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 Table of Contents  
ORIGINAL ARTICLE
Year : 2021  |  Volume : 28  |  Issue : 2  |  Page : 47-54

A comparative control study of ophthalmic artery Doppler velocimetry in patients with primary open angle glaucoma in Kano, Nigeria


1 Department of Radiology, State Specialist Hospital, Gombe, Nigeria
2 Department of Radiology, College of Health Sciences, Bayero University Kano, Nigeria
3 Department of Ophthalmology, College of Health Sciences, Bayero University Kano, Nigeria

Date of Submission08-Sep-2020
Date of Acceptance18-Apr-2021
Date of Web Publication11-Feb-2022

Correspondence Address:
Dr. Adamu Ibrahim Gombe
Department of Radiology, State Specialist Hospital, Gombe
Nigeria
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Source of Support: None, Conflict of Interest: None


DOI: 10.4103/wajr.wajr_27_20

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  Abstract 


Objective: The objective of the study is to sonographically determine the hemodynamic changes in ophthalmic arteries of patients with primary open angle glaucoma (POAG) at Kano, Nigeria.
Subjects and Methods: We conducted a prospective case–control study at Aminu Kano Teaching Hospital, Nigeria, on 108 newly diagnosed POAG and 108 control subjects. Intraocular pressure (IOP) and Doppler ultrasound velocimetry of ophthalmic arteries were assessed. Peak systolic velocity (PSV), end diastolic velocity (EDV), resistive indices (RIs), pulsatility indices (PIs) and systolic/diastolic (S/D) ratios of the ophthalmic arteries were evaluated and documented.
Results: The mean IOP values of POAG group in the right and left eyes were higher than the values of the right and left eyes of the control group. This was statistically significant (P = 0.000). The mean PSV, EDV, RI, PI, and S/D values in the POAG group of the right and left eyes were lower than values for the right and left eyes of the control group, which was also statistically significant (P = 0.000). The IOP showed positive correlation with PSV and EDV in both eyes of POAG cases but negative correlation with PI and S/D in both eyes in the POAG group. It however correlated positively with RI in the right eye and negatively with RI in the left eye.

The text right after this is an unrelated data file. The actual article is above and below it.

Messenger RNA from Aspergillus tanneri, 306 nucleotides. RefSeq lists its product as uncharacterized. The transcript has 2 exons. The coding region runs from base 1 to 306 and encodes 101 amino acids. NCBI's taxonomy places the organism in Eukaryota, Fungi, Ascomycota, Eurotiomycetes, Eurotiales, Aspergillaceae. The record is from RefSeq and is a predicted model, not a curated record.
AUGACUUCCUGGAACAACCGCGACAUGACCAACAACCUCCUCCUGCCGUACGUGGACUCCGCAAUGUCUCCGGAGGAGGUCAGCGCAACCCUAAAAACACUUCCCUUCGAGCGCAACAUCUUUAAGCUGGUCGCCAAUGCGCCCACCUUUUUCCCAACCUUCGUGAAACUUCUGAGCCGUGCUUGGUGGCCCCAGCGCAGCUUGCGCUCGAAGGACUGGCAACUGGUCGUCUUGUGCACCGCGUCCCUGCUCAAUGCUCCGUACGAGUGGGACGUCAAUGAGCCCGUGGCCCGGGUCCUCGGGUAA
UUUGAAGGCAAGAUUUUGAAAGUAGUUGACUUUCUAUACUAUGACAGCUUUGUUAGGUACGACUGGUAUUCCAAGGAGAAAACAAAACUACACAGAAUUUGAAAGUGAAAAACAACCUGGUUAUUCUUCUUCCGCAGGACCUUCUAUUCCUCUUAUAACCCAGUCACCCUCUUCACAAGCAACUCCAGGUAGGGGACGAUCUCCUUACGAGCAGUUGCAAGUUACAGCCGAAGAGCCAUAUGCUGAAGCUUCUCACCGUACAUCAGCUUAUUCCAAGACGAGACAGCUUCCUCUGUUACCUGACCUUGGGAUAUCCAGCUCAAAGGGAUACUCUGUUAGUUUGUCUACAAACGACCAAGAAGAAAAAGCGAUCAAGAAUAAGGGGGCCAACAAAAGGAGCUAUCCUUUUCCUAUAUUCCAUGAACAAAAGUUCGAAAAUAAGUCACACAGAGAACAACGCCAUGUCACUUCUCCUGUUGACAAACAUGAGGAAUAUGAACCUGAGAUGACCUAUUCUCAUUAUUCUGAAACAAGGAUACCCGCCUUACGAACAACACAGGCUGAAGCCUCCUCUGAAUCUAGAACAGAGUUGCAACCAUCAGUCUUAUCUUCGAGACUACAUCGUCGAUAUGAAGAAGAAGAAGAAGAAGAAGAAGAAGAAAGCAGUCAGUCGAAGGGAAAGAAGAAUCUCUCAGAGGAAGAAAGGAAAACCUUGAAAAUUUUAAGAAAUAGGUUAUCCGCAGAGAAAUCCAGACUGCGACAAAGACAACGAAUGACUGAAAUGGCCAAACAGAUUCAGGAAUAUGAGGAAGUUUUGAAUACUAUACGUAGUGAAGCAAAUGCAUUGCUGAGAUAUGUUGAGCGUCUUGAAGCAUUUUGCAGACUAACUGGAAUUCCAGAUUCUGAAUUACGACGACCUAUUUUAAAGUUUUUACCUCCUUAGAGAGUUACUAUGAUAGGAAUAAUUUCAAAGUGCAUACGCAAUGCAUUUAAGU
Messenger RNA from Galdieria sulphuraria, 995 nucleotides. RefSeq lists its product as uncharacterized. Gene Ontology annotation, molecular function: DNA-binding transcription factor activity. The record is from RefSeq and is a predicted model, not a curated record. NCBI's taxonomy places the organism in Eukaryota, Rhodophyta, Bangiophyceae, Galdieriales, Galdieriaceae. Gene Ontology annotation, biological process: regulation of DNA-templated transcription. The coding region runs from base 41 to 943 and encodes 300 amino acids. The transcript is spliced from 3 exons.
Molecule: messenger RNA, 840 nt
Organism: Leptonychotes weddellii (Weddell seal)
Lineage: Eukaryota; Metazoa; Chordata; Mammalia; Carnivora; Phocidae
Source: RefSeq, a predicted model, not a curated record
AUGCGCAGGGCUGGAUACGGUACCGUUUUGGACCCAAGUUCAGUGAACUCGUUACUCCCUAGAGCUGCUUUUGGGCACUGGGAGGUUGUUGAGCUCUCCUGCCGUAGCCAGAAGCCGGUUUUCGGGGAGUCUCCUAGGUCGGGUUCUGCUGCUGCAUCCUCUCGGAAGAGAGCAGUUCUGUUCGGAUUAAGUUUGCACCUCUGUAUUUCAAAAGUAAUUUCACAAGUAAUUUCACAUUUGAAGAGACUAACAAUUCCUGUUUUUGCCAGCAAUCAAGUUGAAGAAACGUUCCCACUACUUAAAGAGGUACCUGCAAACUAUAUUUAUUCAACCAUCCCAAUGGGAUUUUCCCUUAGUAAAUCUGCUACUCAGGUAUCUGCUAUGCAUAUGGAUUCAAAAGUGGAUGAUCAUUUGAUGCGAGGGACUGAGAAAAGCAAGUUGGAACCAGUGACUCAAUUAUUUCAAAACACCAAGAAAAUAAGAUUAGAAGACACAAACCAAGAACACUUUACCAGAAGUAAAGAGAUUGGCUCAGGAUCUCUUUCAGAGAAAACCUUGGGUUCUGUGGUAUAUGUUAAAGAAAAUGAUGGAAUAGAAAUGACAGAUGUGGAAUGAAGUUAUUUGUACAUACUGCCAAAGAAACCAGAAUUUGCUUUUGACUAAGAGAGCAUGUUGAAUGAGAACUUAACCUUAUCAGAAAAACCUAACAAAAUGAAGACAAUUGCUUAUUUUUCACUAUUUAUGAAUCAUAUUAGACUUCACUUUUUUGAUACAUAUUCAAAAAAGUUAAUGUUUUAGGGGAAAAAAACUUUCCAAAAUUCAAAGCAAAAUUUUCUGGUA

Conclusions: The study showed significant differences between ophthalmic artery Doppler indices of patients with POAG and the healthy control subjects.

Keywords: Doppler velocimetric indices, ophthalmic artery, primary open angle glaucoma


How to cite this article:
Gombe AI, Kabiru I, Anas I, Adamu YM, Sadiq H. A comparative control study of ophthalmic artery Doppler velocimetry in patients with primary open angle glaucoma in Kano, Nigeria. West Afr J Radiol 2021;28:47-54

How to cite this URL:
Gombe AI, Kabiru I, Anas I, Adamu YM, Sadiq H. A comparative control study of ophthalmic artery Doppler velocimetry in patients with primary open angle glaucoma in Kano, Nigeria. West Afr J Radiol [serial online] 2021 [cited 2022 Dec 3];28:47-54. Available from: https://www.wajradiology.org/text.asp?2021/28/2/47/337515




  Introduction Top


Glaucoma is an optic neuropathy that is characterized by changes in the optic disc and a defective visual field corresponding to a structural loss of neural tissue in the optic nerve head (ONH), subsequent visual field loss, and usually associated with raised intraocular pressure (IOP) greater than 21 mmHg.[1] It follows cataract among the causes of visual loss and blindness in Nigeria and the world (16.7%).[2] According to the most recent World Health Organization alert, it is estimated that more than 100 million people may probably have glaucoma, over 20 million suffer from glaucoma, and over 5 million people are blind as a result of the disease.[3] Its prevalence in Africa is about 15%, and this is the highest compared to other parts of the world.[2] In Nigeria, its prevalence is about 0.7%.[4] Most previous studies indicate that glaucoma occurs more frequently in Africans than in Caucasians.[1],[2] It is divided into congenital, juvenile-onset, and adult-onset categories.